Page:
How to Prevent Falls in Older Adults
Every year, more than 30% of older adults aged 65 and older suffer a fall, and falls are to blame for most visits to the emergency department and death from injury. So, what are some ways to prevent falls in older adults when the annual numbers, as reported by the Centers for Disease Control and Prevention, are staggering?
- 29 million falls
- 3 million ER visits
- 800,000 hospitalizations
- 28,000 deaths
As the baby boom generation ages, these numbers will most likely increase significantly in the future. Falls also come with enormous costs to society to the tune of over $50 billion in annual healthcare costs. These expenses will continue to spike unless we realize and confront the destructive impacts of falling and increase awareness of what people can do to keep falls from happening.
The balance dilemma is further compounded because older adults can be apprehensive of being honest with their doctors and family members when it comes to the number of times they’ve fallen. The source of this fear is rooted in the possibility of being put in a nursing home and stripped of their independence.
Interventions to Prevent Falls
Currently, more than 60 million people in the U.S. are at risk of a fall, most of whom are over 65. A variety of factors can cause balance challenges including:
- Inner ear issues
- Joint problems
- Vestibular system disturbance
However, older adults need not be passive victims of falling. Concrete actions and strategies exist for people to take control of their bodies and physical environment to prevent falls from occurring.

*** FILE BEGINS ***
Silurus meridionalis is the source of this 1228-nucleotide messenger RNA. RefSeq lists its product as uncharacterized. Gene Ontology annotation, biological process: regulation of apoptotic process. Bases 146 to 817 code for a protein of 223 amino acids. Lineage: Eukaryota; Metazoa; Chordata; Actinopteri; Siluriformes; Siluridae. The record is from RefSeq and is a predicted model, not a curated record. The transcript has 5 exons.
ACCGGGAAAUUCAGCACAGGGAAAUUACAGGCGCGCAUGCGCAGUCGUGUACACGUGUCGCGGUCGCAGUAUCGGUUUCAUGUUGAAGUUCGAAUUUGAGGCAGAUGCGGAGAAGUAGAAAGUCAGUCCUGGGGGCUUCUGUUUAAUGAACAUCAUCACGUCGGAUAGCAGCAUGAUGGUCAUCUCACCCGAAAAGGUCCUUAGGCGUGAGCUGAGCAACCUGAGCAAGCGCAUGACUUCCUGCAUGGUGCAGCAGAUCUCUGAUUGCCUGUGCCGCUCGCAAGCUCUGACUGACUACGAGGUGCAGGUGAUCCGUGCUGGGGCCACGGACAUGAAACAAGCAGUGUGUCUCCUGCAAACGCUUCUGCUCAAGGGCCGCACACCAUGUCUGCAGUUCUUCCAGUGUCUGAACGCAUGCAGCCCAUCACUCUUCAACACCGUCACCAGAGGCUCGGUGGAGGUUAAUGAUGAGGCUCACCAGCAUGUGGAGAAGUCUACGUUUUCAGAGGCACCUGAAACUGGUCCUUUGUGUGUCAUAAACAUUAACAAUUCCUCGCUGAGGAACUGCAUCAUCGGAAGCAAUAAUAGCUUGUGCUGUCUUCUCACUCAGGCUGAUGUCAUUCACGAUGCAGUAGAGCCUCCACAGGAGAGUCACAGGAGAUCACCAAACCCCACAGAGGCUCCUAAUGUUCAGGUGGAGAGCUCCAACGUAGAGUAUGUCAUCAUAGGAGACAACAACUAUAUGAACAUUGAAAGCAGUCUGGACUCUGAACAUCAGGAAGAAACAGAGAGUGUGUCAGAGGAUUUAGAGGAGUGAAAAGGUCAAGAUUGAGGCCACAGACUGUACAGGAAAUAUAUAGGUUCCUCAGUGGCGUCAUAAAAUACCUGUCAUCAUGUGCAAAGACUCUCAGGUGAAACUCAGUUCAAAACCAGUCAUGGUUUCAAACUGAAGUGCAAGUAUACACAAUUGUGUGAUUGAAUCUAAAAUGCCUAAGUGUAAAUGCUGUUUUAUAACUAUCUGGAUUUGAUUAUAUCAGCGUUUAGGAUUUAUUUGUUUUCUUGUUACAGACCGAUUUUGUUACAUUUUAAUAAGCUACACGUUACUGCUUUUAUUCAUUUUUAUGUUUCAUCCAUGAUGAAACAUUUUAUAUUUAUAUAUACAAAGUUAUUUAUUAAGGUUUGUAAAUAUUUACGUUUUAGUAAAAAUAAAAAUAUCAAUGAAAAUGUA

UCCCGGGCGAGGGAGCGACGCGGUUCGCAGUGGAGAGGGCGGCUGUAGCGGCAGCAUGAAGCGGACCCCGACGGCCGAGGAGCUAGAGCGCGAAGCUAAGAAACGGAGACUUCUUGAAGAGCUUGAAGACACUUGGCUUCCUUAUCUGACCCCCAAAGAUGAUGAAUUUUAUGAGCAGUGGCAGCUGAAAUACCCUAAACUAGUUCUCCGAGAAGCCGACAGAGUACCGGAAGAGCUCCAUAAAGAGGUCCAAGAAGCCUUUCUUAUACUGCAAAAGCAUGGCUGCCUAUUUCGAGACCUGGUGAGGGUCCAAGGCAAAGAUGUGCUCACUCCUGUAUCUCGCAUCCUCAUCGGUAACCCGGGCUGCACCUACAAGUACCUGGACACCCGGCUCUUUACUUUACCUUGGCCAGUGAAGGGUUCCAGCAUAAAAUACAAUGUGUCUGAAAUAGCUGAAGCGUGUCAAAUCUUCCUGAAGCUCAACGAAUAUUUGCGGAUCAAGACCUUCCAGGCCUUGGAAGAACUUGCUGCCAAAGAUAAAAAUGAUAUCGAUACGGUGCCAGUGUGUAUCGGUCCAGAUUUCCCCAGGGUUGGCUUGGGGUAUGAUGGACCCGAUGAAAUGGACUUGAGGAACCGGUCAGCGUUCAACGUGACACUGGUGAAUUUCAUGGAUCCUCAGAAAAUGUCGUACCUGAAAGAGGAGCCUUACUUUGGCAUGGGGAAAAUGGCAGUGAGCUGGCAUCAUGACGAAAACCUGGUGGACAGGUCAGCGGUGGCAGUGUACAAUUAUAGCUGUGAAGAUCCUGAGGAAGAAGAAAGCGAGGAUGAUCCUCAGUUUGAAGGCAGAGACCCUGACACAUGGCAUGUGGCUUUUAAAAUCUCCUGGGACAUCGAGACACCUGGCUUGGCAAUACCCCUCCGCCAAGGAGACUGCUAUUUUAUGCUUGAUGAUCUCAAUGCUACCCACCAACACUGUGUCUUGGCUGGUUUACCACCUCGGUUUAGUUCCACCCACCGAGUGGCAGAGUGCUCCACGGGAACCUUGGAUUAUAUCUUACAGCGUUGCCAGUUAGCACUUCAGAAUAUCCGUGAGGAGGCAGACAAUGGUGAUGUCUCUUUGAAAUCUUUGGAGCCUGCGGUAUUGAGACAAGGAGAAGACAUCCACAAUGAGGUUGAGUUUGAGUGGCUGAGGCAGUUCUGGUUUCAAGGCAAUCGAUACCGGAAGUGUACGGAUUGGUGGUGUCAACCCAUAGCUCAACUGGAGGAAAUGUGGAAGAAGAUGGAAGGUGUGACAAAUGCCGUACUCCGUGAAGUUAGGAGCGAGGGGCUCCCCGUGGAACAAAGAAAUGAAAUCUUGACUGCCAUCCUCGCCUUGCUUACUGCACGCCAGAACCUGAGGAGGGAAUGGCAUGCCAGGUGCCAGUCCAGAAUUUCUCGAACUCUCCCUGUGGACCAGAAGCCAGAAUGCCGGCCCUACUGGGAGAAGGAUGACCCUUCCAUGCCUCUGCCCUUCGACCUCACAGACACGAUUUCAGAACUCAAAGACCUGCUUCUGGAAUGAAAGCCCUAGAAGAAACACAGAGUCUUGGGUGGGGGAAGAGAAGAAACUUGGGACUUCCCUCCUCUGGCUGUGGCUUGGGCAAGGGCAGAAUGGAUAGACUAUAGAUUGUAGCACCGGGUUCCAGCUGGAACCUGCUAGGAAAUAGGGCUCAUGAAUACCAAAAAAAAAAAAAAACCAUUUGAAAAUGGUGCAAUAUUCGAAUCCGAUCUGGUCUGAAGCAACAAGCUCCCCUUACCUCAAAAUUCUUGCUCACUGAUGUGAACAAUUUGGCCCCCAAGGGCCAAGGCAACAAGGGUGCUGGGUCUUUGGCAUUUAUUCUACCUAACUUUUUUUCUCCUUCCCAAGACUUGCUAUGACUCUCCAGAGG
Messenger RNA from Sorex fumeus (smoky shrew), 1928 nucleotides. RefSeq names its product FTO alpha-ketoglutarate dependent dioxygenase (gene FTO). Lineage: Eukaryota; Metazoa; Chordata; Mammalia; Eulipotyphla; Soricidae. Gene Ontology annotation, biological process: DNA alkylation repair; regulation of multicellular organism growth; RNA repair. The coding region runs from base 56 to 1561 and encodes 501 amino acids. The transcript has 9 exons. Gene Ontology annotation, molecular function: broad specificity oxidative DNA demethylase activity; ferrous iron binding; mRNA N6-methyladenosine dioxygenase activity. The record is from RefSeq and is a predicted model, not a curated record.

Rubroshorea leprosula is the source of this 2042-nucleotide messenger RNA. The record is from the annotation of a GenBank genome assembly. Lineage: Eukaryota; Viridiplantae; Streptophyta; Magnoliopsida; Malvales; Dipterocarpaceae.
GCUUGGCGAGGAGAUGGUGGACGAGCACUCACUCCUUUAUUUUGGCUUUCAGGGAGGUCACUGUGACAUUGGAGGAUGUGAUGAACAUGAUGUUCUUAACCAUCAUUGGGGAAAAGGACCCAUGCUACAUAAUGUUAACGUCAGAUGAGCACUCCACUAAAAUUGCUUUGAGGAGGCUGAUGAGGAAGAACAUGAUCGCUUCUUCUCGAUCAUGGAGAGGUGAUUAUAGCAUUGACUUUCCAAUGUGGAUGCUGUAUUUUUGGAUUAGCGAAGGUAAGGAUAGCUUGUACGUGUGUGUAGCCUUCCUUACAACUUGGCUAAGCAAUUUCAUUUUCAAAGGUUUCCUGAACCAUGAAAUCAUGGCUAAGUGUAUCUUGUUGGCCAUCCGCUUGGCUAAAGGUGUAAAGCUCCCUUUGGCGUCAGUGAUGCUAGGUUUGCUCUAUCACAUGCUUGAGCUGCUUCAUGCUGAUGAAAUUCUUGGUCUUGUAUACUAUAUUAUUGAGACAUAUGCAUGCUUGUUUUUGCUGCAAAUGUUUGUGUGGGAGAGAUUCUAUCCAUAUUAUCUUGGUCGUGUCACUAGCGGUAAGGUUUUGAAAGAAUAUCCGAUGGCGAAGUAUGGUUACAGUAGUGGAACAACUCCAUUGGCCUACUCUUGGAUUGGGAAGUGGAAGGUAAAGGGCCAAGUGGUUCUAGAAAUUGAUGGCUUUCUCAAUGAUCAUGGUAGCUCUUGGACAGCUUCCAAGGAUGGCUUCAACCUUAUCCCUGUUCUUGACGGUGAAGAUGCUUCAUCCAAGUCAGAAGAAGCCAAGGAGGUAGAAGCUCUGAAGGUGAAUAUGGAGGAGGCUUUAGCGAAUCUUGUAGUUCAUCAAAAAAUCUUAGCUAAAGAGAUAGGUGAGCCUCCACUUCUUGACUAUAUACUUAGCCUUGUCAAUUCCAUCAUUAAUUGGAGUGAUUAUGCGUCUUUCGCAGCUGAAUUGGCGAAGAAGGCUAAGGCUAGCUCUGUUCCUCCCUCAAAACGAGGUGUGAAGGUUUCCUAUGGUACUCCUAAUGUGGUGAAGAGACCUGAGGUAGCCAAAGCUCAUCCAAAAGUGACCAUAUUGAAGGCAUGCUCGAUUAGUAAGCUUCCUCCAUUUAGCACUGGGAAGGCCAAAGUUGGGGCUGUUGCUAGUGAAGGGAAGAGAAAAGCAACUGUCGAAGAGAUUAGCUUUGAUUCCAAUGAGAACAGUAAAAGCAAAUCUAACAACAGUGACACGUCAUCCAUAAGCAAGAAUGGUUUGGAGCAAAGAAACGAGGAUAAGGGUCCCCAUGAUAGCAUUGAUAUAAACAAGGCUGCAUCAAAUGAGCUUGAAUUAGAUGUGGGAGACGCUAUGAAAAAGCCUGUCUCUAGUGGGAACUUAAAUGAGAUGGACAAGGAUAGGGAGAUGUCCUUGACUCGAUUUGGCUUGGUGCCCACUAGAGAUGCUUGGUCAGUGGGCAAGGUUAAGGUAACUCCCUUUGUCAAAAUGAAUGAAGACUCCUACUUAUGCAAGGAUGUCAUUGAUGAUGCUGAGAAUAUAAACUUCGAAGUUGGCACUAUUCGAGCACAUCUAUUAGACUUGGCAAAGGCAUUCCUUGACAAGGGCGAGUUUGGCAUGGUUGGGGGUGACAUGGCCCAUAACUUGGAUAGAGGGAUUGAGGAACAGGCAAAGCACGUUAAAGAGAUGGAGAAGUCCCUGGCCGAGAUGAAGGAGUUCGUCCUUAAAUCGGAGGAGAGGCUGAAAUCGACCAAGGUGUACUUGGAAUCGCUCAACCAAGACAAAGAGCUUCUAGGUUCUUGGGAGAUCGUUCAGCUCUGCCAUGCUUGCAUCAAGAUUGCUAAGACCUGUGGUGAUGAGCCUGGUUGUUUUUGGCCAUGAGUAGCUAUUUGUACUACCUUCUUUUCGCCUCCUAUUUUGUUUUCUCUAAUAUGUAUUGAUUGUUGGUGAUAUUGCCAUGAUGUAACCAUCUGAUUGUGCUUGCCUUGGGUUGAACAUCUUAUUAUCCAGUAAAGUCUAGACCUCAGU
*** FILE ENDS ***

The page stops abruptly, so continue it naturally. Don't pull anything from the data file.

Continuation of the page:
Physical activity and decreasing the use of psychotropic drugs are a primary way to reduce the incidence of falls, injuries, and hospitalization due to falls. Prevention of falls may be even more effective when undergoing a physical therapy or rehabilitation program individually tailored to a patient’s specific needs.
Physical therapy, when used correctly, can be a very successful treatment for vestibular problems and can quickly get individuals back to their daily activities. Vestibular rehabilitation therapy (VRT), a specially-designed exercise program to relieve vertigo and dizziness, gaze instability, and imbalance, has been shown to improve symptoms related to vestibular disorders effectively. Customized exercises are applied to each patient’s unique problem and medical history.
By being proactive, identifying balance deficiencies, and addressing them before falls occur, older adults can spare themselves expensive visits to the ER, the cost of follow-up medication and care, and maintain their health and quality of life.